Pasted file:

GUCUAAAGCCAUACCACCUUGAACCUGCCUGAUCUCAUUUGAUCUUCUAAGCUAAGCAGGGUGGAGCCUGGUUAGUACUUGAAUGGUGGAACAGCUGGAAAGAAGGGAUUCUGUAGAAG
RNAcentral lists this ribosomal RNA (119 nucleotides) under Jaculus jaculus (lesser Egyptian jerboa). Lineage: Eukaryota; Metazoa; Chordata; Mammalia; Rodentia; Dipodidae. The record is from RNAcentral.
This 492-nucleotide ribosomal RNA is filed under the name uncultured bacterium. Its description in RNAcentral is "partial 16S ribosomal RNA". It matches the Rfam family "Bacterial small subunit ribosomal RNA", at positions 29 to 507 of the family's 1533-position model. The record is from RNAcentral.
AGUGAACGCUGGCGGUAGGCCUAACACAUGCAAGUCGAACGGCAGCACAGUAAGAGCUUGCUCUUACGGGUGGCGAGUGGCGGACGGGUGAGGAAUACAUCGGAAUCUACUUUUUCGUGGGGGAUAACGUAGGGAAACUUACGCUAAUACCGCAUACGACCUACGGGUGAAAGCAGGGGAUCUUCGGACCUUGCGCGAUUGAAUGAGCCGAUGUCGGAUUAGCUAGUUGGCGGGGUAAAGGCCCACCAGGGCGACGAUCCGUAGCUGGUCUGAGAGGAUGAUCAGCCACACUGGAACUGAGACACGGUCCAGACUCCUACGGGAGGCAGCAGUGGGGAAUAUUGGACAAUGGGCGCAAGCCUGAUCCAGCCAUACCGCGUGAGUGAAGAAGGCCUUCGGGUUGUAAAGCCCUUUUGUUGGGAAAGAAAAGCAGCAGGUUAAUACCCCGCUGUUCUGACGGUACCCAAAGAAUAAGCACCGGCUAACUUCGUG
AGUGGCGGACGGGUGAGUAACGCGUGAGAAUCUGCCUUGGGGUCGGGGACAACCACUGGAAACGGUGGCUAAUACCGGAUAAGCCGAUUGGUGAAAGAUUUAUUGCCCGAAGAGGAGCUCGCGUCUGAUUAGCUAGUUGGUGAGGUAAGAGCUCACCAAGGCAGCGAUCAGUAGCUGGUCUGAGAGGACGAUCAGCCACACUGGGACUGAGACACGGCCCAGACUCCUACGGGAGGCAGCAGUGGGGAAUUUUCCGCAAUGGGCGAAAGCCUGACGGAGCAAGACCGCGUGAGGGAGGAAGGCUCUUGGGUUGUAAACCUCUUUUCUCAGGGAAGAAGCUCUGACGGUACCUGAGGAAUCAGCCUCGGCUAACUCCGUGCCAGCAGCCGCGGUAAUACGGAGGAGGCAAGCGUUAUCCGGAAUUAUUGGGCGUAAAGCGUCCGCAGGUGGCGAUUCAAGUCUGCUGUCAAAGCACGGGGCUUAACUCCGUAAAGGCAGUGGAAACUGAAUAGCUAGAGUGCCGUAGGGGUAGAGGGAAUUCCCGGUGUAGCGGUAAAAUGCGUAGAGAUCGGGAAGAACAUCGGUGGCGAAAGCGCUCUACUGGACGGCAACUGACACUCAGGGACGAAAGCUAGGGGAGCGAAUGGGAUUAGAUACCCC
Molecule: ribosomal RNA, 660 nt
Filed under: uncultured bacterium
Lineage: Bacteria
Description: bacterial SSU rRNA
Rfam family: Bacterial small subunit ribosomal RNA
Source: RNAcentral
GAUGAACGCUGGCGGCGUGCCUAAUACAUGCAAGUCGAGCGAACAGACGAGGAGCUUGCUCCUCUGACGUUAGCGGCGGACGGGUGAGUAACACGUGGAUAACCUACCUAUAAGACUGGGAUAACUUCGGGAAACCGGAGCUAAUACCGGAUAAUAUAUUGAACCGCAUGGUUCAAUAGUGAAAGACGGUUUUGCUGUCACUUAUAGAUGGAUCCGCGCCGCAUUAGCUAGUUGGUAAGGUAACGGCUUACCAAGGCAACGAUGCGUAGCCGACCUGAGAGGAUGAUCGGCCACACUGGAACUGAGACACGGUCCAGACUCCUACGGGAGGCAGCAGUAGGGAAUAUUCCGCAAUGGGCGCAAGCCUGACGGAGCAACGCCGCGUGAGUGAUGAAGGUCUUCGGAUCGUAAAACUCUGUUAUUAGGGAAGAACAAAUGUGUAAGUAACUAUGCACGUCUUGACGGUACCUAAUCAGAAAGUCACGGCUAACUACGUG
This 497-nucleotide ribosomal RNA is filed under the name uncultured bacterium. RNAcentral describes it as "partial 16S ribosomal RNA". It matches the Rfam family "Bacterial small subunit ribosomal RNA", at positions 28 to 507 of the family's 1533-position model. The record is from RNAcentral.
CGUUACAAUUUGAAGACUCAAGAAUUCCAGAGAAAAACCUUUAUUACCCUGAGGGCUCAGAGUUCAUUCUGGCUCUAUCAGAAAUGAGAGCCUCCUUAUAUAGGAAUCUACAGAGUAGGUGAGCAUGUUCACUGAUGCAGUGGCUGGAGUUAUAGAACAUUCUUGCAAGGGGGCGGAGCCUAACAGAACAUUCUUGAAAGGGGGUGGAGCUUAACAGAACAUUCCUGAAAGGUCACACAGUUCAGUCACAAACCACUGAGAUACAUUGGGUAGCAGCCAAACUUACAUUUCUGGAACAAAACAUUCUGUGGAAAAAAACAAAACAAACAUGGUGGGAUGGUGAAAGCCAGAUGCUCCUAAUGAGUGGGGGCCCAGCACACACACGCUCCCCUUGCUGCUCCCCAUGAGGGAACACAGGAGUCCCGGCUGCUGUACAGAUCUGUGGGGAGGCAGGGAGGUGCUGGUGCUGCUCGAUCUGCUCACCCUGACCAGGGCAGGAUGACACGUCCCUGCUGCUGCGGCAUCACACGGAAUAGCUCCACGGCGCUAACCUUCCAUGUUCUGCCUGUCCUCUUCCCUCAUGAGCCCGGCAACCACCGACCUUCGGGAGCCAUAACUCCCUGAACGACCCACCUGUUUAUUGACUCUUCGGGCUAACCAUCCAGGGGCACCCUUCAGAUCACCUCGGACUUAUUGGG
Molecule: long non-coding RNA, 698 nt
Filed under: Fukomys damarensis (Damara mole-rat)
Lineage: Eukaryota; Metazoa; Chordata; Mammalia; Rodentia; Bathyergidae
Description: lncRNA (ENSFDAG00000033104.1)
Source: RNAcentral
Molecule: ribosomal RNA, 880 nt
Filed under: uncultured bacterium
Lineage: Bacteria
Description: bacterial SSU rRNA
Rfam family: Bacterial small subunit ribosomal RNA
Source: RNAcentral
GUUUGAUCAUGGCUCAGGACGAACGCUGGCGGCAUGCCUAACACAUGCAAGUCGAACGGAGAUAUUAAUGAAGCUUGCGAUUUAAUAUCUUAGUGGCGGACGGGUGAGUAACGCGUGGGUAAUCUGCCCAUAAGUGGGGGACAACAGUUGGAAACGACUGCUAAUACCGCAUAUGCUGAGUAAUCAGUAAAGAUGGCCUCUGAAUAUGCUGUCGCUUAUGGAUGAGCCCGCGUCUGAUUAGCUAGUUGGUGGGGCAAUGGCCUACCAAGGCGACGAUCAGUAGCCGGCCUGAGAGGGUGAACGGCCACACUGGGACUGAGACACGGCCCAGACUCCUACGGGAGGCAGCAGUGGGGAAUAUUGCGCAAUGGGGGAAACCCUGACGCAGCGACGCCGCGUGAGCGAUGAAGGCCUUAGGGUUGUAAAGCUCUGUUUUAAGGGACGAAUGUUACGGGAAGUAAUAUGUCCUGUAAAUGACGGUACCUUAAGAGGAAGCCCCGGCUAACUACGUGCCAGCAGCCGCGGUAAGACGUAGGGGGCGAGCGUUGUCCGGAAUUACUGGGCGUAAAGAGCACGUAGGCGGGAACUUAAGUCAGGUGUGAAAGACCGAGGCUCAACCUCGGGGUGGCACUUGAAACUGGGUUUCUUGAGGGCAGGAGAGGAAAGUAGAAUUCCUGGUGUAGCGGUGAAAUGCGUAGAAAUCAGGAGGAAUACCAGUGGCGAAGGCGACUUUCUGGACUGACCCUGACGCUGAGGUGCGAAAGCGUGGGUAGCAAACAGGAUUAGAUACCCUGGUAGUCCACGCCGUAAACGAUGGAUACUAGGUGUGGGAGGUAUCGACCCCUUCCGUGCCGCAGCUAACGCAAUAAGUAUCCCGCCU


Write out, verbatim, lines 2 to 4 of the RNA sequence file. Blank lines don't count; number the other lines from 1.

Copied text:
RNAcentral lists this ribosomal RNA (119 nucleotides) under Jaculus jaculus (lesser Egyptian jerboa). Lineage: Eukaryota; Metazoa; Chordata; Mammalia; Rodentia; Dipodidae. The record is from RNAcentral.
This 492-nucleotide ribosomal RNA is filed under the name uncultured bacterium. Its description in RNAcentral is "partial 16S ribosomal RNA". It matches the Rfam family "Bacterial small subunit ribosomal RNA", at positions 29 to 507 of the family's 1533-position model. The record is from RNAcentral.
AGUGAACGCUGGCGGUAGGCCUAACACAUGCAAGUCGAACGGCAGCACAGUAAGAGCUUGCUCUUACGGGUGGCGAGUGGCGGACGGGUGAGGAAUACAUCGGAAUCUACUUUUUCGUGGGGGAUAACGUAGGGAAACUUACGCUAAUACCGCAUACGACCUACGGGUGAAAGCAGGGGAUCUUCGGACCUUGCGCGAUUGAAUGAGCCGAUGUCGGAUUAGCUAGUUGGCGGGGUAAAGGCCCACCAGGGCGACGAUCCGUAGCUGGUCUGAGAGGAUGAUCAGCCACACUGGAACUGAGACACGGUCCAGACUCCUACGGGAGGCAGCAGUGGGGAAUAUUGGACAAUGGGCGCAAGCCUGAUCCAGCCAUACCGCGUGAGUGAAGAAGGCCUUCGGGUUGUAAAGCCCUUUUGUUGGGAAAGAAAAGCAGCAGGUUAAUACCCCGCUGUUCUGACGGUACCCAAAGAAUAAGCACCGGCUAACUUCGUG